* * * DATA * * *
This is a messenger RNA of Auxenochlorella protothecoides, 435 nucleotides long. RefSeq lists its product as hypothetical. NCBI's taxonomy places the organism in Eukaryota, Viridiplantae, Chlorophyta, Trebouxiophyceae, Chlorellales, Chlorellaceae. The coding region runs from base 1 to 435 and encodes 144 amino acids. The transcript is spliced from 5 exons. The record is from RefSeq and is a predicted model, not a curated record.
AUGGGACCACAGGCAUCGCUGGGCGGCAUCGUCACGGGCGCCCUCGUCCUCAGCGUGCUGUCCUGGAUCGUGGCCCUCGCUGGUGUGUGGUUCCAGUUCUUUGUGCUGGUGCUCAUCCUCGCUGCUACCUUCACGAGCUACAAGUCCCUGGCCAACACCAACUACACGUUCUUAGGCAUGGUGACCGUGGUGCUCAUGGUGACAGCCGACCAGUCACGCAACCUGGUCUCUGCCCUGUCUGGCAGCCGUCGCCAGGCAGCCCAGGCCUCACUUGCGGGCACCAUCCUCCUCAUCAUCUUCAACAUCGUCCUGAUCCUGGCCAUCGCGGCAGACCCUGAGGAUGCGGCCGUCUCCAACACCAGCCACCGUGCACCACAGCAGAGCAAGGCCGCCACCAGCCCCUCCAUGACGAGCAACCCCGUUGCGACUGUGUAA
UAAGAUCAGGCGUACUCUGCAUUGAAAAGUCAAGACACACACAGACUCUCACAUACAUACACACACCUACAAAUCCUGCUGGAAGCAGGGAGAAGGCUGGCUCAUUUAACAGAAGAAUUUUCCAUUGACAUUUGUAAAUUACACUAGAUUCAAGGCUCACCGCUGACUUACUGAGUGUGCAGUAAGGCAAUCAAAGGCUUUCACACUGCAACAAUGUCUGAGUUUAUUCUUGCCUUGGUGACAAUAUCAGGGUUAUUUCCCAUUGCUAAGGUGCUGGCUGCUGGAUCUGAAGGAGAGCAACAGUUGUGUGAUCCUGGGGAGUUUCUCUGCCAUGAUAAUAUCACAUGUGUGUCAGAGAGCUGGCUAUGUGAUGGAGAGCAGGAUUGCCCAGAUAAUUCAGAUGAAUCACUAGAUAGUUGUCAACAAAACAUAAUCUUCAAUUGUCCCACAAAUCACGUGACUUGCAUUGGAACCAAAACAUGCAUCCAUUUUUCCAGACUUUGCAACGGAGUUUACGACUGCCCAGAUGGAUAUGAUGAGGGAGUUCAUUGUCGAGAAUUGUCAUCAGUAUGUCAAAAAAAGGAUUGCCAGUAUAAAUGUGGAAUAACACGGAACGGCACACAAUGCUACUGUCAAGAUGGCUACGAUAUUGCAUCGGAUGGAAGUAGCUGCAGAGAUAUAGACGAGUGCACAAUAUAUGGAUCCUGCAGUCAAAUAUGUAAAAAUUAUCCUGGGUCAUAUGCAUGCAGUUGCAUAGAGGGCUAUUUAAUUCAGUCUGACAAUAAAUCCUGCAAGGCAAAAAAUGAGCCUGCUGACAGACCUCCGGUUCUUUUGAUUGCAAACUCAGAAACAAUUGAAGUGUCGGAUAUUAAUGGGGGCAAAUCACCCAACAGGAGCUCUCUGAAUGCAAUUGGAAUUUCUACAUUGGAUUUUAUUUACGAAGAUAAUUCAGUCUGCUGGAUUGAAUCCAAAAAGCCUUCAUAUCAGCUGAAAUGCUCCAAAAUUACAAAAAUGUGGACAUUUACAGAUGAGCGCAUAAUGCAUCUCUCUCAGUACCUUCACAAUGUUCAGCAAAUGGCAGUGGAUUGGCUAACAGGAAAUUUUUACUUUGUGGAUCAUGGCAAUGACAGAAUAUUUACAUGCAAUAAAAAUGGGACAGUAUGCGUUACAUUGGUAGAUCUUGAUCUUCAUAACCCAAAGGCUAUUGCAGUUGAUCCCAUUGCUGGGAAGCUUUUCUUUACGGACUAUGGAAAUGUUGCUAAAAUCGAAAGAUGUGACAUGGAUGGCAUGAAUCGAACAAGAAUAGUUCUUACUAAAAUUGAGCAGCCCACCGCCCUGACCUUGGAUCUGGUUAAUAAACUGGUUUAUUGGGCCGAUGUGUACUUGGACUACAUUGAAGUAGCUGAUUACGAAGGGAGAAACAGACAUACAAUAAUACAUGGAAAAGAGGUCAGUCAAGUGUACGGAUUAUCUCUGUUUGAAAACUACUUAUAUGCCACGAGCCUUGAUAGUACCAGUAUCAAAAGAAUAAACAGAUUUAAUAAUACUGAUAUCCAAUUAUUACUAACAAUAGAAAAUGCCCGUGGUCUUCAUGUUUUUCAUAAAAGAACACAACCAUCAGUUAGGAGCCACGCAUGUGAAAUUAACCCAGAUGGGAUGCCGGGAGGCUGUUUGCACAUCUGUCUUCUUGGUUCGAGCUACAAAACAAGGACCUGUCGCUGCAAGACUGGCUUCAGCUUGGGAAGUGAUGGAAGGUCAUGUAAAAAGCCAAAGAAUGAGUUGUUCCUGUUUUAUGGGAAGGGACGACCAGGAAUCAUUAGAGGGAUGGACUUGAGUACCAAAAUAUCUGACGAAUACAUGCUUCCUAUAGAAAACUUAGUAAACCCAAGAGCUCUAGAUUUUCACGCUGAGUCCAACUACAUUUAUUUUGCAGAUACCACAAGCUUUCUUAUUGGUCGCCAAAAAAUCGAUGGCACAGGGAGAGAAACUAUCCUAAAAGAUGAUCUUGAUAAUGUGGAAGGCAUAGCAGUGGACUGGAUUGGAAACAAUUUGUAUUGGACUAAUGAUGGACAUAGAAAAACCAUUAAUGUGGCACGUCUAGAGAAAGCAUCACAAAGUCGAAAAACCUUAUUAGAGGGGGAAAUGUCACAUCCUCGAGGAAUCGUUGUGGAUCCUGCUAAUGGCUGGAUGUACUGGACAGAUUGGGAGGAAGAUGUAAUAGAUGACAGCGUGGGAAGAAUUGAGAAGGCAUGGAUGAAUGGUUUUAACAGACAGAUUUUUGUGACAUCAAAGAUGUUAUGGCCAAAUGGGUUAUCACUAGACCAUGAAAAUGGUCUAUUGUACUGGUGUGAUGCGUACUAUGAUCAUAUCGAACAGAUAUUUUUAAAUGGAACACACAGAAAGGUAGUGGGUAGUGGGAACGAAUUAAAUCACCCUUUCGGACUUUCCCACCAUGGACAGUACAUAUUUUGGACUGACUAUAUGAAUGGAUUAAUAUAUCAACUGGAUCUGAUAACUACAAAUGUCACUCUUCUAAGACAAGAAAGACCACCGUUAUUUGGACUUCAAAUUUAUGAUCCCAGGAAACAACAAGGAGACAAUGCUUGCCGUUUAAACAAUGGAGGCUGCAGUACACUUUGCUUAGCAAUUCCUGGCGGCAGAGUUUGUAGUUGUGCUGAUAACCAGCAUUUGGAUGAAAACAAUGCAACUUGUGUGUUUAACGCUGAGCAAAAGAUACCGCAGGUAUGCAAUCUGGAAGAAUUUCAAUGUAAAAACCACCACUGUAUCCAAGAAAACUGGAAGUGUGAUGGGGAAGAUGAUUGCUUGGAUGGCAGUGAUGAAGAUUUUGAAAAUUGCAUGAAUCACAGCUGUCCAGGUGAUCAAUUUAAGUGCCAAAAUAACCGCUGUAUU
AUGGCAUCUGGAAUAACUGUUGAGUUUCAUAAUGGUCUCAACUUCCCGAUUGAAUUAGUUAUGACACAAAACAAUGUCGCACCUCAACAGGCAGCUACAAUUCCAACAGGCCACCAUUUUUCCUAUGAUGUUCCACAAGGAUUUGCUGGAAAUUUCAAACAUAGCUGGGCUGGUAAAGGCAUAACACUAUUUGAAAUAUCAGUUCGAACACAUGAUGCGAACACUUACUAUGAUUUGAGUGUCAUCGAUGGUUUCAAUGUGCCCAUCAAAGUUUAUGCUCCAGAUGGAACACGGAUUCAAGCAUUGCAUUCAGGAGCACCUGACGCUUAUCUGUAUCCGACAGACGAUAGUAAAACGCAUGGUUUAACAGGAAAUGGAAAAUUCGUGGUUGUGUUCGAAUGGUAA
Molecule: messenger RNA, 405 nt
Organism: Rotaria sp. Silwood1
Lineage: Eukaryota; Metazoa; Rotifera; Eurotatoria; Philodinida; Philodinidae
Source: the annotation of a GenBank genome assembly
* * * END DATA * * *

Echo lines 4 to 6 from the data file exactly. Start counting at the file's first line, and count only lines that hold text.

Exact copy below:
AUGGCAUCUGGAAUAACUGUUGAGUUUCAUAAUGGUCUCAACUUCCCGAUUGAAUUAGUUAUGACACAAAACAAUGUCGCACCUCAACAGGCAGCUACAAUUCCAACAGGCCACCAUUUUUCCUAUGAUGUUCCACAAGGAUUUGCUGGAAAUUUCAAACAUAGCUGGGCUGGUAAAGGCAUAACACUAUUUGAAAUAUCAGUUCGAACACAUGAUGCGAACACUUACUAUGAUUUGAGUGUCAUCGAUGGUUUCAAUGUGCCCAUCAAAGUUUAUGCUCCAGAUGGAACACGGAUUCAAGCAUUGCAUUCAGGAGCACCUGACGCUUAUCUGUAUCCGACAGACGAUAGUAAAACGCAUGGUUUAACAGGAAAUGGAAAAUUCGUGGUUGUGUUCGAAUGGUAA
Molecule: messenger RNA, 405 nt
Organism: Rotaria sp. Silwood1